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2004 Stickball World Series
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Rookies edge out Sun Devils to take 2004 Stickball World Series

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The Puerto Rico Rookies, winners of the 2004 Stickball World Series
The Puerto Rico Rookies won the 2004 Stickball World Series, defeating the Sun Devils 3-2 in the final game. While many of the players were important contributors to the Rookies victory, Ruben Garcia was named as the tournament’s most valuable player for his overall play both in the field and at the plate. At the age of 14, Garcia was the youngest player ever to be awarded the MVP at a major stickball tournament.

The World Series, a full three-day affair, was held during the July 4th weekend in the Pleasantville section of Manhattan. With the exception of a brief shower on the final day, the holiday weekend was warm and clear, perfect stickball weather. Ten teams participated, spirits were high and the games were marked by strong and competitive play.

Moe Marrero, the commissioner of the East Harlem Stickball League and one of the organizers of the tournament was impressed with the Rookies' spirit. "The Rookies really came to play," he said. "They brought a full team and had dozens of fans cheering for them on the sidelines too. The players were sharp and were all over the ball at bat and in the field. I give them a lot of credit."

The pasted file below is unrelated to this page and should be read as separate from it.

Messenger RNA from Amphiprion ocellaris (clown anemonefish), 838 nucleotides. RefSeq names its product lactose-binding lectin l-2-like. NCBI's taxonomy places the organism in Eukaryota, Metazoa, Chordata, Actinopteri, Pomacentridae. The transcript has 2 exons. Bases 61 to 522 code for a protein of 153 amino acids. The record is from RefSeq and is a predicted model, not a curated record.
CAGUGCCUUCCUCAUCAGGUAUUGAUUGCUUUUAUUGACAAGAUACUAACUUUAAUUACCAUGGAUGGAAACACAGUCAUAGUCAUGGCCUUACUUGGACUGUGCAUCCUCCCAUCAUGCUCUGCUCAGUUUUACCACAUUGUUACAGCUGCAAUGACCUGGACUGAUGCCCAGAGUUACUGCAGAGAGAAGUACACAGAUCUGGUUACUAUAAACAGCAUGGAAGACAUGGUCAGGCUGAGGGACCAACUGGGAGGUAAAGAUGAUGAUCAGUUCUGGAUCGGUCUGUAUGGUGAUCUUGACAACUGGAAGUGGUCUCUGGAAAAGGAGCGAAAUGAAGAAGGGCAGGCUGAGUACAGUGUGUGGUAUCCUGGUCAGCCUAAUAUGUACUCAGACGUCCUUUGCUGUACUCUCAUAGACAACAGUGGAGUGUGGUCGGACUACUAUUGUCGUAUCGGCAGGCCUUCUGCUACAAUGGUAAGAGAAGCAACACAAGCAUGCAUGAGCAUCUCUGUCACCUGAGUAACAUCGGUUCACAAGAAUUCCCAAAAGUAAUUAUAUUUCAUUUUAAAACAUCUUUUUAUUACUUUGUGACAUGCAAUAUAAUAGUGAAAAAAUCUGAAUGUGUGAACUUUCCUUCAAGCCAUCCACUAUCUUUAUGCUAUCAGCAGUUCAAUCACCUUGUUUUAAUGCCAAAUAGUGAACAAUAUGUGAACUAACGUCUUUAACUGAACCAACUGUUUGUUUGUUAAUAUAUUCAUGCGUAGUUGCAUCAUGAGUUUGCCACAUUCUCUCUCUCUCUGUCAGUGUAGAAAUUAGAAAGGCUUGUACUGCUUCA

Pitching In

The Stickball World Series is perhaps the only major stickball event that relies solely on the ‘pitching in” format. While the game is generally similar to the “hitting by yourself” style, there are some important differences. Balls are pitched in on a bounce to the hitter, who gets only one swing in which to put it in play. Pitchers are supposed to simply toss the ball, but they invariably try to add a spin to it to make it more difficult to hit. A hitter can choose to wait for the perfect pitch and let a number of pitches go by. While most will hit the ball after several throws, some batters wait it out as long as possible in order to disrupt the attention of the opponents. This tends to make the game take longer, a negative consequence in the opinion of some of the game's detractors.

However, pitching in is the main style of play for the Manhattan league and the favorite style for most of the old timers. Proponents like the fact that players can take leads off the bag, run on the pitch or be picked off if the pitcher or catcher throws to first base. As Charlie Ballard one of the games old timers said, "Pitching in is the true game of stickball. This is the style that the big money games were played in the 1940s and 50s." Charlie and the old timers who played back in stickball’s golden age are known to add a bit of exaggeration to a particular game, but they've got clear memory of the style and intensity of play and they're glad to see it preserved here in East Harlem.


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